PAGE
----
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This is related to this question, but I didn't want to ask too many things in one go so I'm making a separate question.

I'm wondering what is involved in building a mosque, aside from the physical construction aspects. To illustrate, lets say that an Islamic community decides to build a new mosque, so they go ahead and hire an architect to design the building and hire a construction company to build the physical structure. Once the structure is completed, is it possible to immediately begin worshipping in the new building? Or is there a further "spiritual" process that has to be completed? Perhaps an Imam has to pray a certain prayer and blessing over the building in order to sanctify it and make it holy first?

I ask because I know that you have to remove your shoes when you enter a mosque in order to acknowledge that you have entered the house of God and are standing on Holy ground. But I'm wondering what actually makes it a house of God and not just a random building? Has an Imam performed some ritual which transforms the mosque from being an average building to being a holy site?

As a point of contrast, in Western Christianity there are two main views: Protestant and Catholic. Protestants believe that "a church is just an ordinary building" and that there is nothing special or holy about the building where they come together to pray, read the bible and worship - instead, the people themselves are seen as the important thing and the place where God resides. Whereas Catholics believe that churches need to be consecrated: I'm not sure exactly what's involved, but presumably a Bishop or Priest has to go through a ritual and bless the church - this is believed to sanctify it, transforming it into a "house of God" and a holy site.

With regards to mosques, do they need to be blessed and sanctified/consecrated like in Catholicism? Or are they just an ordinary building like in Protestantism?

(If mosques do indeed need to be blessed before they can be used, I'd love to know some detail about the blessing. What is said? What is done?)

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    I don't think that there are any necessary rituals to inaugurate a mosque, as one can pray anywhere as long as the piece of earth one is praying on is not impure. (This is so far a comment, once I'll have time to write a well elaborated answer or anybody else answered this question I'll delete it). – Medi1Saif Feb 8 '17 at 7:48
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A mosque can be established anywhere by default

One of the things granted to the Prophet Muhammad ﷺ exclusively was that the entire Earth was made as a Masjid, or place of worship, for him and his followers, so the whole world is a "house of God".

Narrated by Jabir ibn Abdullah, the Prophet Muhammad ﷺ said (emphasis my own):

أُعْطِيتُ خَمْسًا لَمْ يُعْطَهُنَّ أَحَدٌ قَبْلِي نُصِرْتُ بِالرُّعْبِ مَسِيرَةَ شَهْرٍ، وَجُعِلَتْ لِيَ الأَرْضُ مَسْجِدًا وَطَهُورًا، فَأَيُّمَا رَجُلٍ مِنْ أُمَّتِي أَدْرَكَتْهُ الصَّلاَةُ فَلْيُصَلِّ، وَأُحِلَّتْ لِيَ الْمَغَانِمُ وَلَمْ تَحِلَّ لأَحَدٍ قَبْلِي، وَأُعْطِيتُ الشَّفَاعَةَ، وَكَانَ النَّبِيُّ يُبْعَثُ إِلَى قَوْمِهِ خَاصَّةً، وَبُعِثْتُ إِلَى النَّاسِ عَامَّةً

I have been given five things which were not given to any one else before me.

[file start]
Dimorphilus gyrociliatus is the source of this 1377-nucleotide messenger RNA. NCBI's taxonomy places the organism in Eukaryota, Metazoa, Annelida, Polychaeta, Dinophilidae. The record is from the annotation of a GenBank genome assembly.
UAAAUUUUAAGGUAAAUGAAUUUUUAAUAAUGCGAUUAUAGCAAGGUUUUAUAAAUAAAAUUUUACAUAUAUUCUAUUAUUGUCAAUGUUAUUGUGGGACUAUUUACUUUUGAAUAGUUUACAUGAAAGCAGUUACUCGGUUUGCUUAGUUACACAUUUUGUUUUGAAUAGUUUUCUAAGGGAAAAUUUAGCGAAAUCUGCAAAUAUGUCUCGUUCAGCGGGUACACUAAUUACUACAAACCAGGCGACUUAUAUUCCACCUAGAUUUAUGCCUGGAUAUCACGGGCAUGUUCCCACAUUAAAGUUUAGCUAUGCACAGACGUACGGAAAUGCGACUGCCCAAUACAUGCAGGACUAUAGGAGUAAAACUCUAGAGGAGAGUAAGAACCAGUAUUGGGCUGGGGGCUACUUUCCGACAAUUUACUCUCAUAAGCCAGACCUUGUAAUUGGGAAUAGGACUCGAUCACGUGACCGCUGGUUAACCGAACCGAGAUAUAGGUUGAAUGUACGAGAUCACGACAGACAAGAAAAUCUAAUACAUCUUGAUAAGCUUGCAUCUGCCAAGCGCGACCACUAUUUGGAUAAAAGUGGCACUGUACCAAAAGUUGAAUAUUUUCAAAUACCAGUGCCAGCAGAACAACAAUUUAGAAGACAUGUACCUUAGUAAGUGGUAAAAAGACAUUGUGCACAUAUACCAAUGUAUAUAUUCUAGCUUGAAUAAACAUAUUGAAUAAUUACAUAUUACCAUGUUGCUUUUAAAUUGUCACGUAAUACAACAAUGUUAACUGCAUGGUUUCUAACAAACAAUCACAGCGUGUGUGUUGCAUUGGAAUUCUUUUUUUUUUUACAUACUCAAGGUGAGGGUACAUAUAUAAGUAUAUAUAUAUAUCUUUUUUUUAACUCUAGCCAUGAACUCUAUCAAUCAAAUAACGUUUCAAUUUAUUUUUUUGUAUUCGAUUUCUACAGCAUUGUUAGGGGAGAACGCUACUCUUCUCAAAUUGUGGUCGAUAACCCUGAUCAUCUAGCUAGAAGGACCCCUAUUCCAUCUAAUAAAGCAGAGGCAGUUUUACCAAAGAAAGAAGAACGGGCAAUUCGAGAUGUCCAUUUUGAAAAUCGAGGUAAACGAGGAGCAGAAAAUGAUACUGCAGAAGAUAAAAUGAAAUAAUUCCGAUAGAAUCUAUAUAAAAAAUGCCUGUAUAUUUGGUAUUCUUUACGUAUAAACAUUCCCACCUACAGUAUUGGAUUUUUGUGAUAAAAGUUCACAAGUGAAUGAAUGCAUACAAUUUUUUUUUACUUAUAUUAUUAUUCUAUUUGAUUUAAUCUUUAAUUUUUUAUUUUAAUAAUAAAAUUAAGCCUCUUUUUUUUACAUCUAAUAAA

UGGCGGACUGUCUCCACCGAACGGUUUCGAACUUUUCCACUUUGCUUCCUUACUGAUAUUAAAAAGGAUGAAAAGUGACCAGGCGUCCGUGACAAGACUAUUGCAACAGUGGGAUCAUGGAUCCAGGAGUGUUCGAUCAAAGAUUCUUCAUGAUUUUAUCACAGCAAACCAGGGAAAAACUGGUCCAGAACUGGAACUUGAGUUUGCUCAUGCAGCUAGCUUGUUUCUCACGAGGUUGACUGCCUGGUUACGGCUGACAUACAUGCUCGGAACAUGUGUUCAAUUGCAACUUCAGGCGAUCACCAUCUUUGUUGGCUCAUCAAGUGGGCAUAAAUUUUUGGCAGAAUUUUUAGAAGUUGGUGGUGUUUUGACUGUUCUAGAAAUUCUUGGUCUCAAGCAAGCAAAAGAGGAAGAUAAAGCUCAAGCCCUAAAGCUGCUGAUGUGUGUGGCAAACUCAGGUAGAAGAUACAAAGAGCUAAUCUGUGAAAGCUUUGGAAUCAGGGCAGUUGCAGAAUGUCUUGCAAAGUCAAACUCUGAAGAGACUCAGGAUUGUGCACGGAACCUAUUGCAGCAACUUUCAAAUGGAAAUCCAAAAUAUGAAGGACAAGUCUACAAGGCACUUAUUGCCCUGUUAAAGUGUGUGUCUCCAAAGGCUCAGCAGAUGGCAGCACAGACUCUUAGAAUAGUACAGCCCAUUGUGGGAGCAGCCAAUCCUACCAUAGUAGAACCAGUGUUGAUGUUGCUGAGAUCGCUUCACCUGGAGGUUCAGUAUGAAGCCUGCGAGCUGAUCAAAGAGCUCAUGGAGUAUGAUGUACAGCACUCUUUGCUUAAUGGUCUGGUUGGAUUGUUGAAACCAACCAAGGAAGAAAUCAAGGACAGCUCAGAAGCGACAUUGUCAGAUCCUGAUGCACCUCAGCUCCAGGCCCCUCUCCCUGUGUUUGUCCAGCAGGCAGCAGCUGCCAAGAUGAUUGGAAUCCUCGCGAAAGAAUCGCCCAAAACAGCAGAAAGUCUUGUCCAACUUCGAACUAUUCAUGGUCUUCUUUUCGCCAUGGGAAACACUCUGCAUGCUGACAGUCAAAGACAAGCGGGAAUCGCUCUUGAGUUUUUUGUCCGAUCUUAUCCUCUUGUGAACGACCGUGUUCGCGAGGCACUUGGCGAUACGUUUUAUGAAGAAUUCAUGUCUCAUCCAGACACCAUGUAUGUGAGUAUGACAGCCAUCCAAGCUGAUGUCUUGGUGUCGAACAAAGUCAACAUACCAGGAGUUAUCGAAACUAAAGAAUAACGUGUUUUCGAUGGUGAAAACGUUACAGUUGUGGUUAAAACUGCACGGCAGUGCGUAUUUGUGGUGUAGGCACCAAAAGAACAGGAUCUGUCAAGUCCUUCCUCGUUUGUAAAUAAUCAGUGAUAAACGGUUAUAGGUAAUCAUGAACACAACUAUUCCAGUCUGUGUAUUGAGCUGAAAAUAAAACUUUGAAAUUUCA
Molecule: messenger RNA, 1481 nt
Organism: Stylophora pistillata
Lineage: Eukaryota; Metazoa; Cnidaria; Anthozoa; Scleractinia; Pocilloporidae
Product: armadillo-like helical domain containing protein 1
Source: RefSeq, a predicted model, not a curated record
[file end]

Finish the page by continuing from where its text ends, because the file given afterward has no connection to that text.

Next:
1. Allah made me victorious by awe, (by His frightening my enemies) for a distance of one month's journey.
  2. The earth has been made for me (and for my followers) a place for praying and a thing to perform Tayammum, therefore anyone of my followers can pray wherever the time of a prayer is due.
  3. The booty has been made Halal (lawful) for me yet it was not lawful for anyone else before me.
  4. I have been given the right of intercession (on the Day of Resurrection).
  5. Every Prophet used to be sent to his nation only but I have been sent to all mankind.

Saheeh Bukhari, Book 7, Hadeeth 2


There are no special consecration rites involved in establishing a Masjid

But the mosque should not be at the site of a grave. If there are graves, present they should be relocated as per the example set by the Prophet prior to building his mosque in Madinah:

Narrated by Anas ibn Malik (emphasis my own):

قَدِمَ النَّبِيُّ صلى الله عليه وسلم الْمَدِينَةَ فَأَمَرَ بِبِنَاءِ الْمَسْجِدِ فَقَالَ ‏ "‏ يَا بَنِي النَّجَّارِ ثَامِنُونِي ‏"‏‏.‏ فَقَالُوا لاَ نَطْلُبُ ثَمَنَهُ إِلاَّ إِلَى اللَّهِ‏.‏ فَأَمَرَ بِقُبُورِ الْمُشْرِكِينَ، فَنُبِشَتْ، ثُمَّ بِالْخِرَبِ فَسُوِّيَتْ، وَبِالنَّخْلِ فَقُطِعَ، فَصَفُّوا النَّخْلَ قِبْلَةَ الْمَسْجِدِ‏

The Prophet (ﷺ) came to Medina and ordered a mosque to be built and said, "O Bani Najjar! Suggest to me the price (of your land)." They said, "We do not want its price except from Allah" (i.e. they wished for a reward from Allah for giving up their land freely). So, the Prophet (ﷺ) ordered the graves of the pagans to be dug out and the land to be leveled, and the date-palm trees to be cut down. The cut datepalms were fixed in the direction of the Qibla of the mosque.

Saheeh Bukhari, Book 29, Hadeeth 2

  • I know some scholars insist that the land/building needs to be explicitly given as waqf before it's technically considered a "masjid" (as compared to just a musallah), but I don't know how universal that opinion is. – goldPseudo May 4 '17 at 22:37
  • I don't know of anything that says it's necessary to declare the plot of land as an endowment. In my neck of the woods there are plenty of mosques built on private land. – Zaid May 5 '17 at 4:39

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